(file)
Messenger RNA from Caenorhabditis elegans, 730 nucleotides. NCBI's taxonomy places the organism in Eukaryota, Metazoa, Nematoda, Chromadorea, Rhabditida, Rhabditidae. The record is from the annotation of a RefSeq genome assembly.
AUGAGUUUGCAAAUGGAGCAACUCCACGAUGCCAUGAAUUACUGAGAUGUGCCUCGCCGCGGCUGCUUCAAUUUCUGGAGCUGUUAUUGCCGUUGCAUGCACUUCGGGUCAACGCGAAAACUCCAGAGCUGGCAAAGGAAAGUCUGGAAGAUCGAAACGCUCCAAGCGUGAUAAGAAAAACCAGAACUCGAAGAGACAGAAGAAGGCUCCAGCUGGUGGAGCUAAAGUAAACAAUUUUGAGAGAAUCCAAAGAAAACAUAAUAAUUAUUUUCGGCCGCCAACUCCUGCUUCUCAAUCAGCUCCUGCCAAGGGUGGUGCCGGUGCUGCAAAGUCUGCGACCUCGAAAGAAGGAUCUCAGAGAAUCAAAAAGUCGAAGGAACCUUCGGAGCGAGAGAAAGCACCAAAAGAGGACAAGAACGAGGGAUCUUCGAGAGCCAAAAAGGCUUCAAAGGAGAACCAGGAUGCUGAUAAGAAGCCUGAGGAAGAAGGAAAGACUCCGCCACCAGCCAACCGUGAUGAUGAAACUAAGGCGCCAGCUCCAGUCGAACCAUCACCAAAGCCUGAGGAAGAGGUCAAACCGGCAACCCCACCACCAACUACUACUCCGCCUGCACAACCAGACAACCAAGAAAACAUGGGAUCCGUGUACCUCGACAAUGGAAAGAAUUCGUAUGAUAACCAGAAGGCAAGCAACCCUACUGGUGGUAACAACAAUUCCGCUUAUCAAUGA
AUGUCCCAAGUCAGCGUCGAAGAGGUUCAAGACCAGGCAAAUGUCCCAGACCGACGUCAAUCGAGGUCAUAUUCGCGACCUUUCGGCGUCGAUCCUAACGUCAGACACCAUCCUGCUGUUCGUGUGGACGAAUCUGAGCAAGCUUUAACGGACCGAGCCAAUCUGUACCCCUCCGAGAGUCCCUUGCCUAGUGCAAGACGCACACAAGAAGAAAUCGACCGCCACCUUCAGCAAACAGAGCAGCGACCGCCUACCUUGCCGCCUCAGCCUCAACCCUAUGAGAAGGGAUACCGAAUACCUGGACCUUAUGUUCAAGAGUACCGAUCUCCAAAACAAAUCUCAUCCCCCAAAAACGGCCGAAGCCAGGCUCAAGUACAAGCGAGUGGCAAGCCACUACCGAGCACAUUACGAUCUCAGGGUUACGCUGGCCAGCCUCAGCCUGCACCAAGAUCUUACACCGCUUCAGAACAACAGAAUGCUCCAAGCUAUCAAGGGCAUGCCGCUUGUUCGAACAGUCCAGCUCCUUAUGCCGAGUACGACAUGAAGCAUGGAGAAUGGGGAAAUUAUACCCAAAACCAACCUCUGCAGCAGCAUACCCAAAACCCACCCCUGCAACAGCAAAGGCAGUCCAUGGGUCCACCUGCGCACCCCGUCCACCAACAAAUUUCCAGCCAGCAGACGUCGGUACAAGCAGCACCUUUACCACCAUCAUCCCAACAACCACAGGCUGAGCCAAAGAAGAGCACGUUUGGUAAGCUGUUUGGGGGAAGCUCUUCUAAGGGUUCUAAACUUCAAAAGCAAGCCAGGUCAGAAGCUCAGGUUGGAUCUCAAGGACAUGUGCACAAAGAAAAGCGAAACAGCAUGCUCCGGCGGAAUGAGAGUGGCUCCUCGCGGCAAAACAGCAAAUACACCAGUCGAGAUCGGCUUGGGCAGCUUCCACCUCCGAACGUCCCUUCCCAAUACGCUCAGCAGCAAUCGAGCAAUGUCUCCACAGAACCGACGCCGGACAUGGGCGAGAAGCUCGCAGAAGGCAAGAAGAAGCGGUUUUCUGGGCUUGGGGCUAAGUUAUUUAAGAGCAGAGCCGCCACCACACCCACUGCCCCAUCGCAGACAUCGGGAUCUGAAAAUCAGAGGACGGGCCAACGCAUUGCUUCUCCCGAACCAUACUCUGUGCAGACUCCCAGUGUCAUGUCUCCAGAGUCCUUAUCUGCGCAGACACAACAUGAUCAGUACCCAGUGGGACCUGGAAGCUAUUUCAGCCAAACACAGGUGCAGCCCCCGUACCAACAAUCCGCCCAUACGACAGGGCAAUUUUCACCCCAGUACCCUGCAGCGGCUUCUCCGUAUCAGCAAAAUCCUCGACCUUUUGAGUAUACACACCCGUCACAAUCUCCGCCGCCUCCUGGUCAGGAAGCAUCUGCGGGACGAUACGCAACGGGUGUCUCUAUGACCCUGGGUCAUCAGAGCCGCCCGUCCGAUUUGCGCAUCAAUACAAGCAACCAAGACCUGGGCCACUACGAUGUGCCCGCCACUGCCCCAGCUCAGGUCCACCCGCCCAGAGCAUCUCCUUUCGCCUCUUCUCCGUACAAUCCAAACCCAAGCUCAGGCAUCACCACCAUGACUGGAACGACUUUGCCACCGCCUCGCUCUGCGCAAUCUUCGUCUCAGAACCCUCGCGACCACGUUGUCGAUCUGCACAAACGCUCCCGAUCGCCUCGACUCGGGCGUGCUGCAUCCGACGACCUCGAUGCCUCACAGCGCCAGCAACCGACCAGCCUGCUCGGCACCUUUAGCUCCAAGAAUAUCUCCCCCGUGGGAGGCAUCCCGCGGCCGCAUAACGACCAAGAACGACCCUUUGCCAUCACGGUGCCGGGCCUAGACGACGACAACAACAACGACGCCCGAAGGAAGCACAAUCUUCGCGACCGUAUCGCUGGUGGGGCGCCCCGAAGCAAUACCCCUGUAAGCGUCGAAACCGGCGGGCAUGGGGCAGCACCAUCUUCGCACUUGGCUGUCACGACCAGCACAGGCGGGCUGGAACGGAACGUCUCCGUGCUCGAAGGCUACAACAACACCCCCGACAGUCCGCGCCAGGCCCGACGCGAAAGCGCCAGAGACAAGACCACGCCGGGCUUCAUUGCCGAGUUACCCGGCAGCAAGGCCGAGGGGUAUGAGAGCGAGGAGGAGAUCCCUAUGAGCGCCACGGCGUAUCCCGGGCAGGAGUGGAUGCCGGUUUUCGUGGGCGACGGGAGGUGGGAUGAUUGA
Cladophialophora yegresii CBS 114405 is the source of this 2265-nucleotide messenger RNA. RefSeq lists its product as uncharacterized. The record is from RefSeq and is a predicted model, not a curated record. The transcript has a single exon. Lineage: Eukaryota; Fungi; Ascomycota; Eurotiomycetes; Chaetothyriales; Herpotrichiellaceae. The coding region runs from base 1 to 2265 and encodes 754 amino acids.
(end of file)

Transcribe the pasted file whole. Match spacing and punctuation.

Messenger RNA from Caenorhabditis elegans, 730 nucleotides. NCBI's taxonomy places the organism in Eukaryota, Metazoa, Nematoda, Chromadorea, Rhabditida, Rhabditidae. The record is from the annotation of a RefSeq genome assembly.
AUGAGUUUGCAAAUGGAGCAACUCCACGAUGCCAUGAAUUACUGAGAUGUGCCUCGCCGCGGCUGCUUCAAUUUCUGGAGCUGUUAUUGCCGUUGCAUGCACUUCGGGUCAACGCGAAAACUCCAGAGCUGGCAAAGGAAAGUCUGGAAGAUCGAAACGCUCCAAGCGUGAUAAGAAAAACCAGAACUCGAAGAGACAGAAGAAGGCUCCAGCUGGUGGAGCUAAAGUAAACAAUUUUGAGAGAAUCCAAAGAAAACAUAAUAAUUAUUUUCGGCCGCCAACUCCUGCUUCUCAAUCAGCUCCUGCCAAGGGUGGUGCCGGUGCUGCAAAGUCUGCGACCUCGAAAGAAGGAUCUCAGAGAAUCAAAAAGUCGAAGGAACCUUCGGAGCGAGAGAAAGCACCAAAAGAGGACAAGAACGAGGGAUCUUCGAGAGCCAAAAAGGCUUCAAAGGAGAACCAGGAUGCUGAUAAGAAGCCUGAGGAAGAAGGAAAGACUCCGCCACCAGCCAACCGUGAUGAUGAAACUAAGGCGCCAGCUCCAGUCGAACCAUCACCAAAGCCUGAGGAAGAGGUCAAACCGGCAACCCCACCACCAACUACUACUCCGCCUGCACAACCAGACAACCAAGAAAACAUGGGAUCCGUGUACCUCGACAAUGGAAAGAAUUCGUAUGAUAACCAGAAGGCAAGCAACCCUACUGGUGGUAACAACAAUUCCGCUUAUCAAUGA
AUGUCCCAAGUCAGCGUCGAAGAGGUUCAAGACCAGGCAAAUGUCCCAGACCGACGUCAAUCGAGGUCAUAUUCGCGACCUUUCGGCGUCGAUCCUAACGUCAGACACCAUCCUGCUGUUCGUGUGGACGAAUCUGAGCAAGCUUUAACGGACCGAGCCAAUCUGUACCCCUCCGAGAGUCCCUUGCCUAGUGCAAGACGCACACAAGAAGAAAUCGACCGCCACCUUCAGCAAACAGAGCAGCGACCGCCUACCUUGCCGCCUCAGCCUCAACCCUAUGAGAAGGGAUACCGAAUACCUGGACCUUAUGUUCAAGAGUACCGAUCUCCAAAACAAAUCUCAUCCCCCAAAAACGGCCGAAGCCAGGCUCAAGUACAAGCGAGUGGCAAGCCACUACCGAGCACAUUACGAUCUCAGGGUUACGCUGGCCAGCCUCAGCCUGCACCAAGAUCUUACACCGCUUCAGAACAACAGAAUGCUCCAAGCUAUCAAGGGCAUGCCGCUUGUUCGAACAGUCCAGCUCCUUAUGCCGAGUACGACAUGAAGCAUGGAGAAUGGGGAAAUUAUACCCAAAACCAACCUCUGCAGCAGCAUACCCAAAACCCACCCCUGCAACAGCAAAGGCAGUCCAUGGGUCCACCUGCGCACCCCGUCCACCAACAAAUUUCCAGCCAGCAGACGUCGGUACAAGCAGCACCUUUACCACCAUCAUCCCAACAACCACAGGCUGAGCCAAAGAAGAGCACGUUUGGUAAGCUGUUUGGGGGAAGCUCUUCUAAGGGUUCUAAACUUCAAAAGCAAGCCAGGUCAGAAGCUCAGGUUGGAUCUCAAGGACAUGUGCACAAAGAAAAGCGAAACAGCAUGCUCCGGCGGAAUGAGAGUGGCUCCUCGCGGCAAAACAGCAAAUACACCAGUCGAGAUCGGCUUGGGCAGCUUCCACCUCCGAACGUCCCUUCCCAAUACGCUCAGCAGCAAUCGAGCAAUGUCUCCACAGAACCGACGCCGGACAUGGGCGAGAAGCUCGCAGAAGGCAAGAAGAAGCGGUUUUCUGGGCUUGGGGCUAAGUUAUUUAAGAGCAGAGCCGCCACCACACCCACUGCCCCAUCGCAGACAUCGGGAUCUGAAAAUCAGAGGACGGGCCAACGCAUUGCUUCUCCCGAACCAUACUCUGUGCAGACUCCCAGUGUCAUGUCUCCAGAGUCCUUAUCUGCGCAGACACAACAUGAUCAGUACCCAGUGGGACCUGGAAGCUAUUUCAGCCAAACACAGGUGCAGCCCCCGUACCAACAAUCCGCCCAUACGACAGGGCAAUUUUCACCCCAGUACCCUGCAGCGGCUUCUCCGUAUCAGCAAAAUCCUCGACCUUUUGAGUAUACACACCCGUCACAAUCUCCGCCGCCUCCUGGUCAGGAAGCAUCUGCGGGACGAUACGCAACGGGUGUCUCUAUGACCCUGGGUCAUCAGAGCCGCCCGUCCGAUUUGCGCAUCAAUACAAGCAACCAAGACCUGGGCCACUACGAUGUGCCCGCCACUGCCCCAGCUCAGGUCCACCCGCCCAGAGCAUCUCCUUUCGCCUCUUCUCCGUACAAUCCAAACCCAAGCUCAGGCAUCACCACCAUGACUGGAACGACUUUGCCACCGCCUCGCUCUGCGCAAUCUUCGUCUCAGAACCCUCGCGACCACGUUGUCGAUCUGCACAAACGCUCCCGAUCGCCUCGACUCGGGCGUGCUGCAUCCGACGACCUCGAUGCCUCACAGCGCCAGCAACCGACCAGCCUGCUCGGCACCUUUAGCUCCAAGAAUAUCUCCCCCGUGGGAGGCAUCCCGCGGCCGCAUAACGACCAAGAACGACCCUUUGCCAUCACGGUGCCGGGCCUAGACGACGACAACAACAACGACGCCCGAAGGAAGCACAAUCUUCGCGACCGUAUCGCUGGUGGGGCGCCCCGAAGCAAUACCCCUGUAAGCGUCGAAACCGGCGGGCAUGGGGCAGCACCAUCUUCGCACUUGGCUGUCACGACCAGCACAGGCGGGCUGGAACGGAACGUCUCCGUGCUCGAAGGCUACAACAACACCCCCGACAGUCCGCGCCAGGCCCGACGCGAAAGCGCCAGAGACAAGACCACGCCGGGCUUCAUUGCCGAGUUACCCGGCAGCAAGGCCGAGGGGUAUGAGAGCGAGGAGGAGAUCCCUAUGAGCGCCACGGCGUAUCCCGGGCAGGAGUGGAUGCCGGUUUUCGUGGGCGACGGGAGGUGGGAUGAUUGA
Cladophialophora yegresii CBS 114405 is the source of this 2265-nucleotide messenger RNA. RefSeq lists its product as uncharacterized. The record is from RefSeq and is a predicted model, not a curated record. The transcript has a single exon. Lineage: Eukaryota; Fungi; Ascomycota; Eurotiomycetes; Chaetothyriales; Herpotrichiellaceae. The coding region runs from base 1 to 2265 and encodes 754 amino acids.